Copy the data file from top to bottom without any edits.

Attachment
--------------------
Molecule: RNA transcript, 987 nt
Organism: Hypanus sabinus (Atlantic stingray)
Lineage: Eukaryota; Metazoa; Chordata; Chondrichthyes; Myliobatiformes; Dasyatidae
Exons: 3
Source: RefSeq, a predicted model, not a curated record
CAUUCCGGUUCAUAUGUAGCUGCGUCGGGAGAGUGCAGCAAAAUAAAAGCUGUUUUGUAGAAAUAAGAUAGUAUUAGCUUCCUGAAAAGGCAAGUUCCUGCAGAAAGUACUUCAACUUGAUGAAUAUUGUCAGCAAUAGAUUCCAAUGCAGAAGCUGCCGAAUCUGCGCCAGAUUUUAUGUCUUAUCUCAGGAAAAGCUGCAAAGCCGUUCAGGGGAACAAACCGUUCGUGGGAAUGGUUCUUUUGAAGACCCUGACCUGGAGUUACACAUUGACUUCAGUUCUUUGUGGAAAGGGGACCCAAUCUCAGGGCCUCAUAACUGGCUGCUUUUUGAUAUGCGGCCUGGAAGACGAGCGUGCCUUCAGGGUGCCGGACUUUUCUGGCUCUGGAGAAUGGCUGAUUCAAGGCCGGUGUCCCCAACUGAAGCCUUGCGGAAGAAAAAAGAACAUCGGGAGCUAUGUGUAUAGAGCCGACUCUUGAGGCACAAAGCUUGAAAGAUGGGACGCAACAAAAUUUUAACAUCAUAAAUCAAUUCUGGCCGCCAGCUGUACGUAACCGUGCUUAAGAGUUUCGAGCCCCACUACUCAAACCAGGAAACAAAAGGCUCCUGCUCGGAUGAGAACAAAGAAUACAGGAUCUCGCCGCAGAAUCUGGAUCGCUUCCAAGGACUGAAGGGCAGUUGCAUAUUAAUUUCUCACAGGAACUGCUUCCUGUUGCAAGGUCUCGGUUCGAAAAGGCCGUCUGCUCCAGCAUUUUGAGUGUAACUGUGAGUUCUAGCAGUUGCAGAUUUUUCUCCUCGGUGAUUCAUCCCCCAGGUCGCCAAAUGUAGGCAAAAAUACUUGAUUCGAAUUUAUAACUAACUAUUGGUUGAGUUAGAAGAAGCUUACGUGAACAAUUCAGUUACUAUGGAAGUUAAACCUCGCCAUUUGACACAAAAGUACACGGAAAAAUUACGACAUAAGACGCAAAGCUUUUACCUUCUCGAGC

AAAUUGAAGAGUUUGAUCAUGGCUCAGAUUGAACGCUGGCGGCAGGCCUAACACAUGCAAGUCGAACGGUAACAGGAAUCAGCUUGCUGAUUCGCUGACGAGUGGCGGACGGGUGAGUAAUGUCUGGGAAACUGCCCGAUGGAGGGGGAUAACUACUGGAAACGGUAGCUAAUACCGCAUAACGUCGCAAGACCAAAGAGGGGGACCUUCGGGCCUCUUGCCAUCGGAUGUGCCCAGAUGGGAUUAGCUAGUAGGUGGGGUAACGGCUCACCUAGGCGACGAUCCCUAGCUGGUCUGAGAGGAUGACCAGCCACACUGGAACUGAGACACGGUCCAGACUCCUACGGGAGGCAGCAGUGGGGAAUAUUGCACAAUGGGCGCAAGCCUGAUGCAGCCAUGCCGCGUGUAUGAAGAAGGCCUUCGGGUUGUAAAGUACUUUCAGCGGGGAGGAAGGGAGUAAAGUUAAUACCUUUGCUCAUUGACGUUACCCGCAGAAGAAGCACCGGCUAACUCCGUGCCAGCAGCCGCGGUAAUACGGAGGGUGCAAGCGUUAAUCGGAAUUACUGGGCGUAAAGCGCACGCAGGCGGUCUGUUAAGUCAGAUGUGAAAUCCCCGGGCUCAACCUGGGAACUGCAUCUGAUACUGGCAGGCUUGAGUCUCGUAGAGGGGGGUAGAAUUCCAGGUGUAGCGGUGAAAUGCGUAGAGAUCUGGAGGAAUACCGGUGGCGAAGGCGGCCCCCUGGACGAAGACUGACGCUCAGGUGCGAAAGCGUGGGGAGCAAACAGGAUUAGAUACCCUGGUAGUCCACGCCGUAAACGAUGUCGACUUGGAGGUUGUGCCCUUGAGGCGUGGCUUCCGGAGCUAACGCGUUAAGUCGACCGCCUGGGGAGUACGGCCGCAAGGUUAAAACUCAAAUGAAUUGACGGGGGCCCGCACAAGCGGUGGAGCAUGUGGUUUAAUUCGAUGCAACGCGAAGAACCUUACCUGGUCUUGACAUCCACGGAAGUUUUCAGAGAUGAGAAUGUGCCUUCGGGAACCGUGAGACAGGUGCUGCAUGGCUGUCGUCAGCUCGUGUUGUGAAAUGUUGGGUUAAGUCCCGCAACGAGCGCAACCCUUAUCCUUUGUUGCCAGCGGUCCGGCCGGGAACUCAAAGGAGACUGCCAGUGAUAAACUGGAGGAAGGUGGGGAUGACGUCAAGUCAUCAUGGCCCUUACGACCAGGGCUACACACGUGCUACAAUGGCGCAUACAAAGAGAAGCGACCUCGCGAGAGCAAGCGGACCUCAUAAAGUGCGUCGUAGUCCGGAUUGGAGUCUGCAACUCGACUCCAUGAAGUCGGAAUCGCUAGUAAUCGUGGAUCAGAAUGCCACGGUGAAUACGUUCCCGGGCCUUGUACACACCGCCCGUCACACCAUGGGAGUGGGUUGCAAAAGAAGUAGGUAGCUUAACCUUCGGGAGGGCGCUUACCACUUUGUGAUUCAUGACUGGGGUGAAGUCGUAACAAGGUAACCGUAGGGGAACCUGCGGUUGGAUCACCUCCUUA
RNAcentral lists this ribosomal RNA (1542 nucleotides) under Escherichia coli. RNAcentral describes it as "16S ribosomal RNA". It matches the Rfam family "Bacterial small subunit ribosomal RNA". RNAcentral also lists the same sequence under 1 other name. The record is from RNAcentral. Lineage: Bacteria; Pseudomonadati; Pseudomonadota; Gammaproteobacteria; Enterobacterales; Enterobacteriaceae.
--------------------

Molecule: RNA transcript, 987 nt
Organism: Hypanus sabinus (Atlantic stingray)
Lineage: Eukaryota; Metazoa; Chordata; Chondrichthyes; Myliobatiformes; Dasyatidae
Exons: 3
Source: RefSeq, a predicted model, not a curated record
CAUUCCGGUUCAUAUGUAGCUGCGUCGGGAGAGUGCAGCAAAAUAAAAGCUGUUUUGUAGAAAUAAGAUAGUAUUAGCUUCCUGAAAAGGCAAGUUCCUGCAGAAAGUACUUCAACUUGAUGAAUAUUGUCAGCAAUAGAUUCCAAUGCAGAAGCUGCCGAAUCUGCGCCAGAUUUUAUGUCUUAUCUCAGGAAAAGCUGCAAAGCCGUUCAGGGGAACAAACCGUUCGUGGGAAUGGUUCUUUUGAAGACCCUGACCUGGAGUUACACAUUGACUUCAGUUCUUUGUGGAAAGGGGACCCAAUCUCAGGGCCUCAUAACUGGCUGCUUUUUGAUAUGCGGCCUGGAAGACGAGCGUGCCUUCAGGGUGCCGGACUUUUCUGGCUCUGGAGAAUGGCUGAUUCAAGGCCGGUGUCCCCAACUGAAGCCUUGCGGAAGAAAAAAGAACAUCGGGAGCUAUGUGUAUAGAGCCGACUCUUGAGGCACAAAGCUUGAAAGAUGGGACGCAACAAAAUUUUAACAUCAUAAAUCAAUUCUGGCCGCCAGCUGUACGUAACCGUGCUUAAGAGUUUCGAGCCCCACUACUCAAACCAGGAAACAAAAGGCUCCUGCUCGGAUGAGAACAAAGAAUACAGGAUCUCGCCGCAGAAUCUGGAUCGCUUCCAAGGACUGAAGGGCAGUUGCAUAUUAAUUUCUCACAGGAACUGCUUCCUGUUGCAAGGUCUCGGUUCGAAAAGGCCGUCUGCUCCAGCAUUUUGAGUGUAACUGUGAGUUCUAGCAGUUGCAGAUUUUUCUCCUCGGUGAUUCAUCCCCCAGGUCGCCAAAUGUAGGCAAAAAUACUUGAUUCGAAUUUAUAACUAACUAUUGGUUGAGUUAGAAGAAGCUUACGUGAACAAUUCAGUUACUAUGGAAGUUAAACCUCGCCAUUUGACACAAAAGUACACGGAAAAAUUACGACAUAAGACGCAAAGCUUUUACCUUCUCGAGC

AAAUUGAAGAGUUUGAUCAUGGCUCAGAUUGAACGCUGGCGGCAGGCCUAACACAUGCAAGUCGAACGGUAACAGGAAUCAGCUUGCUGAUUCGCUGACGAGUGGCGGACGGGUGAGUAAUGUCUGGGAAACUGCCCGAUGGAGGGGGAUAACUACUGGAAACGGUAGCUAAUACCGCAUAACGUCGCAAGACCAAAGAGGGGGACCUUCGGGCCUCUUGCCAUCGGAUGUGCCCAGAUGGGAUUAGCUAGUAGGUGGGGUAACGGCUCACCUAGGCGACGAUCCCUAGCUGGUCUGAGAGGAUGACCAGCCACACUGGAACUGAGACACGGUCCAGACUCCUACGGGAGGCAGCAGUGGGGAAUAUUGCACAAUGGGCGCAAGCCUGAUGCAGCCAUGCCGCGUGUAUGAAGAAGGCCUUCGGGUUGUAAAGUACUUUCAGCGGGGAGGAAGGGAGUAAAGUUAAUACCUUUGCUCAUUGACGUUACCCGCAGAAGAAGCACCGGCUAACUCCGUGCCAGCAGCCGCGGUAAUACGGAGGGUGCAAGCGUUAAUCGGAAUUACUGGGCGUAAAGCGCACGCAGGCGGUCUGUUAAGUCAGAUGUGAAAUCCCCGGGCUCAACCUGGGAACUGCAUCUGAUACUGGCAGGCUUGAGUCUCGUAGAGGGGGGUAGAAUUCCAGGUGUAGCGGUGAAAUGCGUAGAGAUCUGGAGGAAUACCGGUGGCGAAGGCGGCCCCCUGGACGAAGACUGACGCUCAGGUGCGAAAGCGUGGGGAGCAAACAGGAUUAGAUACCCUGGUAGUCCACGCCGUAAACGAUGUCGACUUGGAGGUUGUGCCCUUGAGGCGUGGCUUCCGGAGCUAACGCGUUAAGUCGACCGCCUGGGGAGUACGGCCGCAAGGUUAAAACUCAAAUGAAUUGACGGGGGCCCGCACAAGCGGUGGAGCAUGUGGUUUAAUUCGAUGCAACGCGAAGAACCUUACCUGGUCUUGACAUCCACGGAAGUUUUCAGAGAUGAGAAUGUGCCUUCGGGAACCGUGAGACAGGUGCUGCAUGGCUGUCGUCAGCUCGUGUUGUGAAAUGUUGGGUUAAGUCCCGCAACGAGCGCAACCCUUAUCCUUUGUUGCCAGCGGUCCGGCCGGGAACUCAAAGGAGACUGCCAGUGAUAAACUGGAGGAAGGUGGGGAUGACGUCAAGUCAUCAUGGCCCUUACGACCAGGGCUACACACGUGCUACAAUGGCGCAUACAAAGAGAAGCGACCUCGCGAGAGCAAGCGGACCUCAUAAAGUGCGUCGUAGUCCGGAUUGGAGUCUGCAACUCGACUCCAUGAAGUCGGAAUCGCUAGUAAUCGUGGAUCAGAAUGCCACGGUGAAUACGUUCCCGGGCCUUGUACACACCGCCCGUCACACCAUGGGAGUGGGUUGCAAAAGAAGUAGGUAGCUUAACCUUCGGGAGGGCGCUUACCACUUUGUGAUUCAUGACUGGGGUGAAGUCGUAACAAGGUAACCGUAGGGGAACCUGCGGUUGGAUCACCUCCUUA
RNAcentral lists this ribosomal RNA (1542 nucleotides) under Escherichia coli. RNAcentral describes it as "16S ribosomal RNA". It matches the Rfam family "Bacterial small subunit ribosomal RNA". RNAcentral also lists the same sequence under 1 other name. The record is from RNAcentral. Lineage: Bacteria; Pseudomonadati; Pseudomonadota; Gammaproteobacteria; Enterobacterales; Enterobacteriaceae.